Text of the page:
It’s raining again, pattering softly unseen through the branches of the trees down Everett Street. Candles and Christmas lights wink and flicker from every window of the big white ramshackle house on the corner. The thin young man, Guthrie, pushes open one of the two front doors and staggers onto the porch, letting out a burst of music, a fiddle, sharp popping drums. Rings glitter from his fingers as he points, peering along the front of the house. Frowning. “See?” he says. There’s a woman with stubby dreadlocks and baggy jeans, a plastic cup in either hand, leaning against the half-open front door behind him. “See? Out here the window is there,” and then he drops his unsteady hand, ducking his head back inside. “While in here, it’s further down that way. See? See that?”
“Is it?” she says, holding out a cup for him. He takes it.
“Yeah,” he says. “I mean.” He frowns.
Inside the big front room the drum kit is set up between the fireplace and the keg. The drummer’s head is ruddy. The singer, or at least a woman in a bulky fisherman’s sweater and jeans who dangles a microphone from one hand, sits on a folding chair on the other side of the fireplace. The fiddler works the room, snarling himself in a jig, his red hair bobbing up above the circle of people stomping along and down again, his bow leaping into the air. There’s someone up in the shadows at the top of the stairs, playing something of a rhythm line on a guitar. “Remind me never to play poker with you,” says Becker in his big plaid shirt, leaning up against the wall, as the woman in the cat’s eye glasses pulls a neat royal flush in hearts from behind his ear.
“You was the one hiding the cards, pal,” she says. “Not me.” She lifts her bangled wrist up, peering at a loosely buckled watch. “Now, if you’ll excuse me – ”
“That’s, ah,” says Becker. “My watch.”
She cranks her eyebrow up higher but smiles a little nonetheless. “You maybe want to keep an eye on it next time,” she says, reaching to take it off.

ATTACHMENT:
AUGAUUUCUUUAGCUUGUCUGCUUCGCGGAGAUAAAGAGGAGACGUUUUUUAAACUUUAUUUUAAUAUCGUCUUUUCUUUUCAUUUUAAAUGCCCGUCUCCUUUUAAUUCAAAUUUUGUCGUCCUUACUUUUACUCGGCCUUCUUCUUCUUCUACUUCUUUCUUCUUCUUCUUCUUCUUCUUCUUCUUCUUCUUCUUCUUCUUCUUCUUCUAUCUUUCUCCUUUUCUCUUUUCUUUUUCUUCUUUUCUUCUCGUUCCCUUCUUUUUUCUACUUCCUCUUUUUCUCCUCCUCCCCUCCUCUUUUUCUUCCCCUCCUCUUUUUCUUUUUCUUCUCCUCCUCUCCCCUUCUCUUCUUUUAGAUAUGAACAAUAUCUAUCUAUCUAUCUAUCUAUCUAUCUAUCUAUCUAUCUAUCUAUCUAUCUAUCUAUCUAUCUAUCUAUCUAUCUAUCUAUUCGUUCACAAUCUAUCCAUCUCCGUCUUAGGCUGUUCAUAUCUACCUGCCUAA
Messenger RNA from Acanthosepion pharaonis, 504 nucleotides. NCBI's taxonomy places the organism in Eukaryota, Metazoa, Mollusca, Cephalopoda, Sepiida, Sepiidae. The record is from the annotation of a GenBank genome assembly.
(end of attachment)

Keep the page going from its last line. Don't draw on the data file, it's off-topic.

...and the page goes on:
“I think you’ve maybe got the wrong idea,” says Becker.
The drummer cracks his sticks three times over his head and rattles out a sharp popping parade-ground roll, syncopating as the guitarist sends a carillon lick ringing down the stairwell. The singer smiling twirls her microphone once wrapping the cord around her wrist catching it with a pop and as the fiddle picks up the lick flawlessly she stands and launches a song about how us Amazonians know where we stand, we got kids, we got jobs, why do we need a man? The room roars and kicks into a staggeringly varied assortment of dances. Jo leans against the corner under the stairs and lifts a hand to her mouth to stifle a rather large yawn.
Jo jerks her head to one side. It’s the woman in the mushroom slip, holding two glasses just thicker than a finger and almost as long. She shakes a black curl out of her eyes as she holds up one of the glasses to Jo.
“Well?” says the woman, leaning close to be heard over the music.
“I’m, I’m sorry,” says Jo. “It’s just – you look familiar, somehow. Except I think I’d remember you. If I’d ever met you before, I mean.” She takes the little glass almost full of something pearly shimmering in the dim light, just on the cusp of transparency. Lifts it up and tips half of it down her throat. “Damn,” she says, blinking.
“Good hootch. The booze,” says Jo, in response to the woman’s quizzical look. “Liquor. Moonshine.”
“Our host brews his own.”